- How coherently their thoughts are organized (this may be a bit subjective). - If I understand what they are saying, I am happy. This also involves self-questioning - do I really understand, or just think I understand? If that's the case, I repeat to them what I understood them to say.
Finally, how well has meaning been communicated in a comprehensible way? As per standard procedure, I focus on pronunciation, intonation, and word choice. Other aspects relate back to some questions asked when considering language complexity. If I feel that I'm guessing at what my student is trying to communicate to me, then that's a good opportunity to teach practical circumlocution skills, that is, to find another way to express what it is they're trying to say.
(part 2, dealing with the Student Interaction Log, will be addressed in a future post)
Please see the two learning goals, followed by tasks (in bold) and assessment strategies (underlined).
Students will be able to describe something that is wrong in their house so that they can talk to the landlord about it. They will demonstrate this ability through a role-play.
- Show visuals of housing problems – have students id/match
- Create a small poster or slideshow describing two problems that can happen in the house
- Present this to the class
- Read a short story about someone’s housing problem and how it was resolved; leave out the ending – students must use inference skills to guess how it ended
- Respond to this reading in a writing journal
- Students fill out complaint form?
- Brainstorm socioculturally appropriate responses to a phone conversation with the landlord
- Teacher observes, looking at comprehension, or language structure, or non-linguistic outcomes, or a combination of these.
- We can re-visit this activity in a later class – students can, for instance, type out their journal entry, then exchange it with a partner (or email it to a partner). The partner can ask questions about the student’s journal entry.
Ask for/give advice about good health habits, nutrition, and home remedies
- Hook – class reading about someone’s visit to the doctor or the hospital (from our corpus of English-language materials)
- This would be a good opportunity for students to collaboratively learn through the Language Experience Approach. The lesson would be targeted towards Intermediate level students, but could be differentiated for different placement levels.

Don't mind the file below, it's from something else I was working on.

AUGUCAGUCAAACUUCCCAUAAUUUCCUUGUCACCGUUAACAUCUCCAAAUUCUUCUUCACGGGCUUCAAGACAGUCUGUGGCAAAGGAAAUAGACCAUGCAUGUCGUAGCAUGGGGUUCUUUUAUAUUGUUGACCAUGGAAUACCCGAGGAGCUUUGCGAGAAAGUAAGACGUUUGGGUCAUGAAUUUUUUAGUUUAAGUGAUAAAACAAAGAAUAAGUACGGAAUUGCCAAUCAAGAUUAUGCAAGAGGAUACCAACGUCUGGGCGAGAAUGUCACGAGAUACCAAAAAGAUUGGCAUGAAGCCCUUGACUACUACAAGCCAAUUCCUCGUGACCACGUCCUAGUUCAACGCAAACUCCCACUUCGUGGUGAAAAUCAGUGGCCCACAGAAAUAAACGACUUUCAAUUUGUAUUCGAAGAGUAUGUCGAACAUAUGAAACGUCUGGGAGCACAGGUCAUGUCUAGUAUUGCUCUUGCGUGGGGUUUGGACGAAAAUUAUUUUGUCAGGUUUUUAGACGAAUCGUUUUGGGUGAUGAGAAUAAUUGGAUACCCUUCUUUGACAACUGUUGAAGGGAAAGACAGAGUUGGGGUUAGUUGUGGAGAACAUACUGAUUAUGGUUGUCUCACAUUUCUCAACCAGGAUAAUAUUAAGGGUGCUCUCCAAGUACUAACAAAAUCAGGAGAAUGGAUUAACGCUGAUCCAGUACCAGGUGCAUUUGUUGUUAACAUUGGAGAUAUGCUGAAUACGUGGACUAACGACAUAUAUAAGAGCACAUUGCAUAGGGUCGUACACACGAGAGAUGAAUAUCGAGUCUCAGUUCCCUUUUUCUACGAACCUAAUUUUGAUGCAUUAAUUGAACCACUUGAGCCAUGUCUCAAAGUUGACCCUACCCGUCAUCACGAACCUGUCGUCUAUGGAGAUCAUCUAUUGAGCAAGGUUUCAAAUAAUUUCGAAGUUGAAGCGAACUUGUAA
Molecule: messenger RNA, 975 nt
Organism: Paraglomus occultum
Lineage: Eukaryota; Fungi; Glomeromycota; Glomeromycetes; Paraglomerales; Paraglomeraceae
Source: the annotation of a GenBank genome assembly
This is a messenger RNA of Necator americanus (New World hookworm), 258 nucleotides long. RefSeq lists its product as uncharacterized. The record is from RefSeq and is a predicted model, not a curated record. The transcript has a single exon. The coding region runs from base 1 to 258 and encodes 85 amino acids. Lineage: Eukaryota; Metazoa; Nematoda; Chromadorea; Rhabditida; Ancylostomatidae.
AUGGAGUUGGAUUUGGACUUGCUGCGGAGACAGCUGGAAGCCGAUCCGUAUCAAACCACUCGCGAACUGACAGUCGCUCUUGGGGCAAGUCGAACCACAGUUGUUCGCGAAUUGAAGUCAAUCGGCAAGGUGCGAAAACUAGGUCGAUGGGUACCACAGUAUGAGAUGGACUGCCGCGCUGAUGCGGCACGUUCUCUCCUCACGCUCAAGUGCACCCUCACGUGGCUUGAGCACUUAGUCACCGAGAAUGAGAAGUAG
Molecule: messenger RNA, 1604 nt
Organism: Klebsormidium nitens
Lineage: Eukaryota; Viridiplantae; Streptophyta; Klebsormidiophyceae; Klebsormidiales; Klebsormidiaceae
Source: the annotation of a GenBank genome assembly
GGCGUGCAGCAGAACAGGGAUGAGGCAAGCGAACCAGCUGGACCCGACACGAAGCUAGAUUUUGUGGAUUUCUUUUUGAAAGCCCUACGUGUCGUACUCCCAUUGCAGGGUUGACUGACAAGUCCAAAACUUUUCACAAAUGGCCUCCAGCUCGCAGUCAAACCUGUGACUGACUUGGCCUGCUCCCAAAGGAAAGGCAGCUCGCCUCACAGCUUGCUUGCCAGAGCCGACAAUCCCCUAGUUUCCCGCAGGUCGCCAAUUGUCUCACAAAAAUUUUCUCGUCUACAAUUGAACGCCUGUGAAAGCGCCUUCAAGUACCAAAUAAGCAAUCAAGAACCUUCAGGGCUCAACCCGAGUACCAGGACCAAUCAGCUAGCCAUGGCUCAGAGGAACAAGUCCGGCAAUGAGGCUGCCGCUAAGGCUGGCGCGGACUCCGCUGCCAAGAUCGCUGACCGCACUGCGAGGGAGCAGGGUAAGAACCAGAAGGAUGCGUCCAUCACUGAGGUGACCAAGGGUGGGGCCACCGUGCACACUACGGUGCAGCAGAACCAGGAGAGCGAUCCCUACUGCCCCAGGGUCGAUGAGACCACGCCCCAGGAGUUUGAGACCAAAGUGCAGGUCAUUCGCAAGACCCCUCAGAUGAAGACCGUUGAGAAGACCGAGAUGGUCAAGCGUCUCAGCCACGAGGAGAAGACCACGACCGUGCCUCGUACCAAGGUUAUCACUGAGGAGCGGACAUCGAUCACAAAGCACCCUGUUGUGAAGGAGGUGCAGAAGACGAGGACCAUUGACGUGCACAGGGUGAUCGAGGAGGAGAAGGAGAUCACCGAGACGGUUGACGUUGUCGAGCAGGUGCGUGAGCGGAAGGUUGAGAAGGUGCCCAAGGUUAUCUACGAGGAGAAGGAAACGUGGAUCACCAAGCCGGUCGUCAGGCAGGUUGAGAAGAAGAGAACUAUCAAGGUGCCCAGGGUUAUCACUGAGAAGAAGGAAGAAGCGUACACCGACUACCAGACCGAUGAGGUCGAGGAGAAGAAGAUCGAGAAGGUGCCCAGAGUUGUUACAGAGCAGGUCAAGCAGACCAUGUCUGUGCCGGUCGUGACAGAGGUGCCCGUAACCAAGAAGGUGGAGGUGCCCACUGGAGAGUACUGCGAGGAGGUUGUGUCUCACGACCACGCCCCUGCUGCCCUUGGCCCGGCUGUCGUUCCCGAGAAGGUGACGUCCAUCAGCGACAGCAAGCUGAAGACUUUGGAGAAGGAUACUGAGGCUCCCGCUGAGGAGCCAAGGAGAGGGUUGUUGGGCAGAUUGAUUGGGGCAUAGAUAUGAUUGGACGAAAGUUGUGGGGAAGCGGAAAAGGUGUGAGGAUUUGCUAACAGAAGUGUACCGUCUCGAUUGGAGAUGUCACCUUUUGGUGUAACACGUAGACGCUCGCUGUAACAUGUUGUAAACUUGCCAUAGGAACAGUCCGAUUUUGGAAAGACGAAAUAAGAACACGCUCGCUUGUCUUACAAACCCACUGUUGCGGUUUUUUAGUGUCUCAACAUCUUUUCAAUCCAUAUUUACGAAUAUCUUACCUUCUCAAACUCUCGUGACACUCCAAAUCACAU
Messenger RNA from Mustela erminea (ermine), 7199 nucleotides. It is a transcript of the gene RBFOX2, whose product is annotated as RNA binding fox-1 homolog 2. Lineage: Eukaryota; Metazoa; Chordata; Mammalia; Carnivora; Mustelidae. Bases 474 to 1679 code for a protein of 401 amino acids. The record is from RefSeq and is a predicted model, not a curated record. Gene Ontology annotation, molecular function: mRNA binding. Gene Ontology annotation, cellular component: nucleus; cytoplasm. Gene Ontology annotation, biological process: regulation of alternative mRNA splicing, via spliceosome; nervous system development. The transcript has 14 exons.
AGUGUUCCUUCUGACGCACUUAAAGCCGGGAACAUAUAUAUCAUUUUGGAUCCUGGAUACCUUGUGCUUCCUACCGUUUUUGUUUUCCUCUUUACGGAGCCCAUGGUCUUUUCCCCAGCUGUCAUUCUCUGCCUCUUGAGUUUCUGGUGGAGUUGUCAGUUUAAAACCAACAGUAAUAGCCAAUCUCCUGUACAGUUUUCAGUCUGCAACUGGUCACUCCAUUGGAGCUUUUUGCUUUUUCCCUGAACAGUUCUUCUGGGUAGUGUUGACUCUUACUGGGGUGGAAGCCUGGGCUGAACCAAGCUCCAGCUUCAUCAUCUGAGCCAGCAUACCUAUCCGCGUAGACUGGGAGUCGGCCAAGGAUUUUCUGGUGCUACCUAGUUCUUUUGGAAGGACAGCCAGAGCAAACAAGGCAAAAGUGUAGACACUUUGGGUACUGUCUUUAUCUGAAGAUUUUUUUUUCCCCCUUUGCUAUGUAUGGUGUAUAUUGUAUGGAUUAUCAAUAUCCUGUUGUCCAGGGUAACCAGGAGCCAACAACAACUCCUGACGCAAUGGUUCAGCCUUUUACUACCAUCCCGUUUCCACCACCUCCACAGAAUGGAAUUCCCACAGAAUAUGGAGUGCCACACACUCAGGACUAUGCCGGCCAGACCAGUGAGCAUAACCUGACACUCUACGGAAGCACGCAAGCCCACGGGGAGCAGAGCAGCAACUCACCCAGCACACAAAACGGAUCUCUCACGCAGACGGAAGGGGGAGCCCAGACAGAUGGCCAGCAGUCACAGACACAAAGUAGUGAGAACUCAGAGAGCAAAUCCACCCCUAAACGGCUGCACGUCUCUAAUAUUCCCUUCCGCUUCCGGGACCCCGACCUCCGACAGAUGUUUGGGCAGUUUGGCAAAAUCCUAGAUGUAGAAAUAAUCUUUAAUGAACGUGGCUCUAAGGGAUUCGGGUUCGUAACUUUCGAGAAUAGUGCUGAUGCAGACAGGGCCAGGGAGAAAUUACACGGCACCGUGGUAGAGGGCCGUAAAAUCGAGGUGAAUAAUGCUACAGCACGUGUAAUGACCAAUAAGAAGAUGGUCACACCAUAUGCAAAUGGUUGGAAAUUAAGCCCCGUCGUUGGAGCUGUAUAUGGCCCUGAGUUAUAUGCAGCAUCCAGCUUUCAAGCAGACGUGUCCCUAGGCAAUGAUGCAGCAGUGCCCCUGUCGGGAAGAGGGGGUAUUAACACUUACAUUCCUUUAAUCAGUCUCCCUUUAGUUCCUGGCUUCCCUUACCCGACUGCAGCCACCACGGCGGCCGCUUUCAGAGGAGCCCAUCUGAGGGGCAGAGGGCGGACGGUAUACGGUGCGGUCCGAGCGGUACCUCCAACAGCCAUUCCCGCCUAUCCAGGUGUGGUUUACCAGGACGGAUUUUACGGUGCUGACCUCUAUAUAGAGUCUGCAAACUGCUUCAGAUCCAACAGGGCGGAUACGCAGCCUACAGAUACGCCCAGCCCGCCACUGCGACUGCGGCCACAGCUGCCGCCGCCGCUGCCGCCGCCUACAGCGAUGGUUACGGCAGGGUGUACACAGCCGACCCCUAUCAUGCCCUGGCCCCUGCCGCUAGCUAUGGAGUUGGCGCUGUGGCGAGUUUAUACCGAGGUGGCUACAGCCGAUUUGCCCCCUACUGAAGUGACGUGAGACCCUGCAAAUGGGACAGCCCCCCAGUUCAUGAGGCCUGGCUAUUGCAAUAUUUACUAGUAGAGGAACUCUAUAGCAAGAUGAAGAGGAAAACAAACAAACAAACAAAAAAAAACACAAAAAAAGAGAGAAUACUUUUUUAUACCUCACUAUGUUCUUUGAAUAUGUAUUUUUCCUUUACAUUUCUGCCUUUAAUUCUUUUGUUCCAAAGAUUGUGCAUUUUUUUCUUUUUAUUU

- Fortunately, this area lends itself to a selective process of the students: they can choose to talk about either good health habits, nutrition, or home remedies as a class.
- This type lends itself to a product-based assessment. We can put together a videotaped PSA.
- This is the experience: Students will work in pairs or groups of three. We will first discuss the topic, brainstorming examples and ideas.
- Following this, students will pair up and develop a script for their PSA. Examples of PSAs will be shown to them. They will do this over the course of at least two classes. In the first class, they will determine what they will say and how they will present their topic. The instructor will help, giving ideas and pointing out effective contributions that they have made. They will determine any materials, props, or costumes that they will be needing for the following class.
- In the second class, they will film their PSAs. For students who cannot do so on their phones, the instructor will obtain a camera for them from the IT department.
- They will upload their film online. We will view each other’s PSA. The instructor may have a viewing guide for the students to fill out, but more likely, we’ll have a small discussion following each viewing.
- Following this, either in this class, or in the next, we’ll have a class discussion about the experience. All students will contribute their perspective.
- The class will then work together to develop a written account of what was done or discussed. The students may engage in some pre-writing and pre-speaking brainstorming or mental mapping. The instructor will write out what is said during the discussion, and it will be projected onto the board for all students to see.
- Once completed, we will read it aloud as a class (to practice fluency).
- This is the product. The experience can be extended:
- Students can write a response/critique of this text as a journal, to which the instructor or another classmate can respond in writing
- Other texts can be introduced to the students regarding film-making or PSAs
- The instructor, with or without the students’ help, can come up with comprehension questions
This was a genuinely challenging course, in that throughout the entire experience, I was prompted to actively reflect on my own role as the classroom instructor. I can see some areas that I am supporting my students, such as in having them reflect on their learning and working on strategies to express themselves effectively in situations where communication may be difficult. I also work to differentiate for my students according to interest and level of preparedness. I am fortunate in that my class is leveled (I work with Intermediate students). There are also numerous areas where I need to hone my preparation and classroom presence. Here are some areas where I need improvement, with a bit of commentary: